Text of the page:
Engaging Bias in Collaborative Divorce Focus of Presentation
North Hollywood, California
Bias is a normal and natural part of being human. It can be a shortcut for understanding the world and acts as a warning system allowing us to quickly assess good from bad, and safe from dangerous. It is our mind’s way of creating a shortcut for learning something once and then applying the lessons to similar situations in the future.
While bias can work in our favor to ensure survival, it can also work against us, as well as, against the people and society around us. Collaborative Practice professionals need to be aware of their own biases when working with clients in order to gain greater understanding, awareness and empathy for team members and the process.
Licensed Marriage and Family Therapist, Dr. James Walton of Family Divorce Solutions of San Fernando Valley, presents “Bias: The Shadow Behind The Smile” at the upcoming Collaborative Practice California “Conference XI” on Saturday, April 30, in Redwood City, California. Joining Dr. Walton for the presentation are Jaye-Jo Portanova, MD; and family law attorneys Jena Stara, CFLS, Gloria Flores-Cerul, CFLS, and Lissa Rapoport.
“Bias, for the most part, is hidden from our own view,” said Dr. Walton. “We are unaware of its effects on our perceptions, on our communications and on our relationships. Bias is more insidious than prejudice, because it is an unconscious process.
“With prejudice, we are aware that we are unwilling to look at other perspectives. With bias, we lack that kind of conscious awareness. Our bias limits information to only that which supports our perspective. Anything contrary to our perspective is dismissed, or viewed as inauthentic, and unsubstantiated.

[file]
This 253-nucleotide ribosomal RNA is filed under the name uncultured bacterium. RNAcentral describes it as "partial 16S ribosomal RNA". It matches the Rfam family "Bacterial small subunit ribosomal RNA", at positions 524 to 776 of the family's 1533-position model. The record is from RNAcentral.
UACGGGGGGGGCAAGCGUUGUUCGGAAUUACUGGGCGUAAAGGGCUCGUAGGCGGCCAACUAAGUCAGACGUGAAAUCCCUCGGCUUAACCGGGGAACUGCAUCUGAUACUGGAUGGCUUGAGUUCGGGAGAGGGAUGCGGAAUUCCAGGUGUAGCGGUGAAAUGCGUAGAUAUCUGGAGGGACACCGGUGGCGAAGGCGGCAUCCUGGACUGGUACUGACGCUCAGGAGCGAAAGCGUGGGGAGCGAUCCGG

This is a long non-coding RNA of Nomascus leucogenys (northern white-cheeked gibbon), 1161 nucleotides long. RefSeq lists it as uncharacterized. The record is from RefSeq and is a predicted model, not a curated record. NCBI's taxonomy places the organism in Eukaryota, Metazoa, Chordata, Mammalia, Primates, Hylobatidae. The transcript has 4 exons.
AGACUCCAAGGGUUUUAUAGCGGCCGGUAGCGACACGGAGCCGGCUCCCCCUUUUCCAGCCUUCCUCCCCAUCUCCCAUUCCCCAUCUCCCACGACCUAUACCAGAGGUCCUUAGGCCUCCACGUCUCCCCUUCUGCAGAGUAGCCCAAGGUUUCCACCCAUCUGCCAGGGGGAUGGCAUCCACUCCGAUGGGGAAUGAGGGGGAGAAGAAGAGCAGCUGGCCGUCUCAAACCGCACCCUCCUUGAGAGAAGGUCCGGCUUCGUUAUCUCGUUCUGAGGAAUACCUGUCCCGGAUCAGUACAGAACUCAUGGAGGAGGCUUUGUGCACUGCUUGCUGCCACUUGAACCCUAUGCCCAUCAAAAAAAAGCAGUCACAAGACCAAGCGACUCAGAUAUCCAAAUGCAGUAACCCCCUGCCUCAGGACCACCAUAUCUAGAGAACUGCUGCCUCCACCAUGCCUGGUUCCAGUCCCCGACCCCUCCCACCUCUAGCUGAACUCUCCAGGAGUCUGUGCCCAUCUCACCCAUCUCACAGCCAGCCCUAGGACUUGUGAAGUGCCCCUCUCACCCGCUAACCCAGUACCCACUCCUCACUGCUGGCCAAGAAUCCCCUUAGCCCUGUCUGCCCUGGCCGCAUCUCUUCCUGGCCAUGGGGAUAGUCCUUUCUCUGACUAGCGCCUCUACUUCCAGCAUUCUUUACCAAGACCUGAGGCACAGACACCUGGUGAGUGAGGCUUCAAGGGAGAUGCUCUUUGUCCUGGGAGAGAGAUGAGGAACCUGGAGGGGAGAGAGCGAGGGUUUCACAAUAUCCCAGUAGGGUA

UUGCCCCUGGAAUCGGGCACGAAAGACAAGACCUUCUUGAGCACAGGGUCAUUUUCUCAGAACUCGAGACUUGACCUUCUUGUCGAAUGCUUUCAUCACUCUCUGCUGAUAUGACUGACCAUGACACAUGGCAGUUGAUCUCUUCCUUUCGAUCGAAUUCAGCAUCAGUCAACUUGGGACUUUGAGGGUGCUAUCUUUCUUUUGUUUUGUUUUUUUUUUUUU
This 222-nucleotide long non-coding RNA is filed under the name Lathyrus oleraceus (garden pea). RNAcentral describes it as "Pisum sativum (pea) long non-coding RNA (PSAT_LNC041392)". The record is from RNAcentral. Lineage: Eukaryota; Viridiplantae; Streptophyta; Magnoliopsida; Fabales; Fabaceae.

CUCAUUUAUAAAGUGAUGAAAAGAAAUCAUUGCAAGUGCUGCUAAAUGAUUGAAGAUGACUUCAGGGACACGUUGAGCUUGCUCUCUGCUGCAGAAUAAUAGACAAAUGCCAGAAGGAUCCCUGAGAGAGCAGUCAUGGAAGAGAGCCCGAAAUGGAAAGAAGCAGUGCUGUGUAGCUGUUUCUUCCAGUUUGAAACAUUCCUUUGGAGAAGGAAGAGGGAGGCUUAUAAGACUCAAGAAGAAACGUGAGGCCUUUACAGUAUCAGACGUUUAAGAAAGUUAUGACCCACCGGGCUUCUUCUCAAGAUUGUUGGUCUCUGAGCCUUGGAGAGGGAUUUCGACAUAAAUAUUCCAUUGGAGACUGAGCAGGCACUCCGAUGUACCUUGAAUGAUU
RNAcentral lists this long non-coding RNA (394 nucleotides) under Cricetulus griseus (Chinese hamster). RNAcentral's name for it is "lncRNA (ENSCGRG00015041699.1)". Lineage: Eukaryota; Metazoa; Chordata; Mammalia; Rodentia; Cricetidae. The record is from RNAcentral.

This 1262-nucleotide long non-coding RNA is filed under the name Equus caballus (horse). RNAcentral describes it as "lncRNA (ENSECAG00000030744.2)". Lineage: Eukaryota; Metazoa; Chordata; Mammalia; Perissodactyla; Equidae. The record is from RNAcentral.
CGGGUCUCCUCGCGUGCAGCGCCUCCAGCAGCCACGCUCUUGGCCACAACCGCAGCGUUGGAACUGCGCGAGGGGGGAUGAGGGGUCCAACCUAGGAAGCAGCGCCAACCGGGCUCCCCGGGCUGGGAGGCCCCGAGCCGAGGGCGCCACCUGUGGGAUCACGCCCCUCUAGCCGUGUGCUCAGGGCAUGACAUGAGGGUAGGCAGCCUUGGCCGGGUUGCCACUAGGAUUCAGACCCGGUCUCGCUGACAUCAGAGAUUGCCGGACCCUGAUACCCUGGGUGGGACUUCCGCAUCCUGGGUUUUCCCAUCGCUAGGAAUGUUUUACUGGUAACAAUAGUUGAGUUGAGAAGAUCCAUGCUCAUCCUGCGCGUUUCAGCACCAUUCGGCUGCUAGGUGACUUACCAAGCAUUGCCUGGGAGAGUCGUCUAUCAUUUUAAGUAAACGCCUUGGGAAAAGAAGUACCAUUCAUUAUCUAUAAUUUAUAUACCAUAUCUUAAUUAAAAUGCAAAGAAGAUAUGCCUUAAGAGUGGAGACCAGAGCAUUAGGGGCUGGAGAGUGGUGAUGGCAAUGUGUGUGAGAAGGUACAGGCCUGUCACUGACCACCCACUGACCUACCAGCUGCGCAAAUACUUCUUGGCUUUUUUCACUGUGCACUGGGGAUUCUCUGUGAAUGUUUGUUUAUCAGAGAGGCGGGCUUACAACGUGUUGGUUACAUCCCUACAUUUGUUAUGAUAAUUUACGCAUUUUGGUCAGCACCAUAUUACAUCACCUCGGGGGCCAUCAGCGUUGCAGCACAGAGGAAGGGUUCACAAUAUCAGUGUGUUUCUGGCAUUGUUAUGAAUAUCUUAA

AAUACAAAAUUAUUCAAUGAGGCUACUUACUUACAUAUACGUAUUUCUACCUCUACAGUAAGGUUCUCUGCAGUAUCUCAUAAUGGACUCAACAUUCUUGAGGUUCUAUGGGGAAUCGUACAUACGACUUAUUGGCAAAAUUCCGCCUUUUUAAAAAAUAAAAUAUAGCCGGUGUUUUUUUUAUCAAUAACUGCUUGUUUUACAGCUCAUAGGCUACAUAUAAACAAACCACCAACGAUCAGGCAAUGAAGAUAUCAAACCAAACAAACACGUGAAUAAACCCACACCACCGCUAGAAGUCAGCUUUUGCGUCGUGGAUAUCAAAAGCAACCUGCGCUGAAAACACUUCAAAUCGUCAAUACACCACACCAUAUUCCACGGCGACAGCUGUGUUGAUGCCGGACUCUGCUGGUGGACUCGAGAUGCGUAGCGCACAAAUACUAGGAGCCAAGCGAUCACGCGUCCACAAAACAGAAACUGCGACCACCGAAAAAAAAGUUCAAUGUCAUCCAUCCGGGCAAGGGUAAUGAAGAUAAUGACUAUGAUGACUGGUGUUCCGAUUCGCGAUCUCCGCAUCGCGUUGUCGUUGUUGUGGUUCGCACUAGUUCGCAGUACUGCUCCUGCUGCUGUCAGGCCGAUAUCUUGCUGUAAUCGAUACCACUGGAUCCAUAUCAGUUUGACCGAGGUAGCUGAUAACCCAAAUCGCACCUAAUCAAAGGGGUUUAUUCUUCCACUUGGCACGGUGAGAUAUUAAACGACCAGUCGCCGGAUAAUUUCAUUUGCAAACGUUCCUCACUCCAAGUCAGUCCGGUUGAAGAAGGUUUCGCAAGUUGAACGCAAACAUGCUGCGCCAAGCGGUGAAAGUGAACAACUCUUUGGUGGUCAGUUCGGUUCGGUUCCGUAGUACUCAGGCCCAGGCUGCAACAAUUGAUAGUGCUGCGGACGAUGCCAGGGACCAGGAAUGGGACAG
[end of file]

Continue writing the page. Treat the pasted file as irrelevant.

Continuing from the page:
Dr. Walton says his presentation is intended to help Collaborative professionals gain a better awareness of their unconscious biases so they can learn to be better and more effective Collaborative team members.
“For us to be able to better serve our clients as well as the other professionals in our collaborative teams, it is important for us to be completely aware that we are capable of having a bias and recognizing how bias could interfere in the process of our work,” said Dr. Walton. “We work with families and their lives. Having a bias and being unwilling or unaware that we are rejecting important information from our awareness could have serious repercussions on the outcome of our clients’ families and lives.”
“We are a mistake phobic society,” said Dr. Walton. “Many people are afraid of expressing or even considering they might have a bias out of the fear they will be seen as having made a mistake in political correctness, or being told that they are wrong.
“So, rather then exploring the possibility of having a bias, most people will consider themselves free from bias. They will go about their daily lives with their biases working in the background preventing them from having a more expanded view of their world,” said Dr. Walton.
“We should not be ashamed of or afraid of our biases,” explains Dr. Walton. “We must learn to work with them and use them as a tool for expanding our awareness of others by being open to seeing their perspectives. I hope our presentation at Collaborative Practice California’s conference will help change perspectives, allowing our attendees to return to their practices having gained new understanding without self-judgment, and allowing them to open their minds for a greater understanding of the perceptions of the people around them,” concluded Dr. Walton.
To learn more about CP Cal’s “Conference XI” April 29 – May 1, visit the Collaborative Practice California Conference website.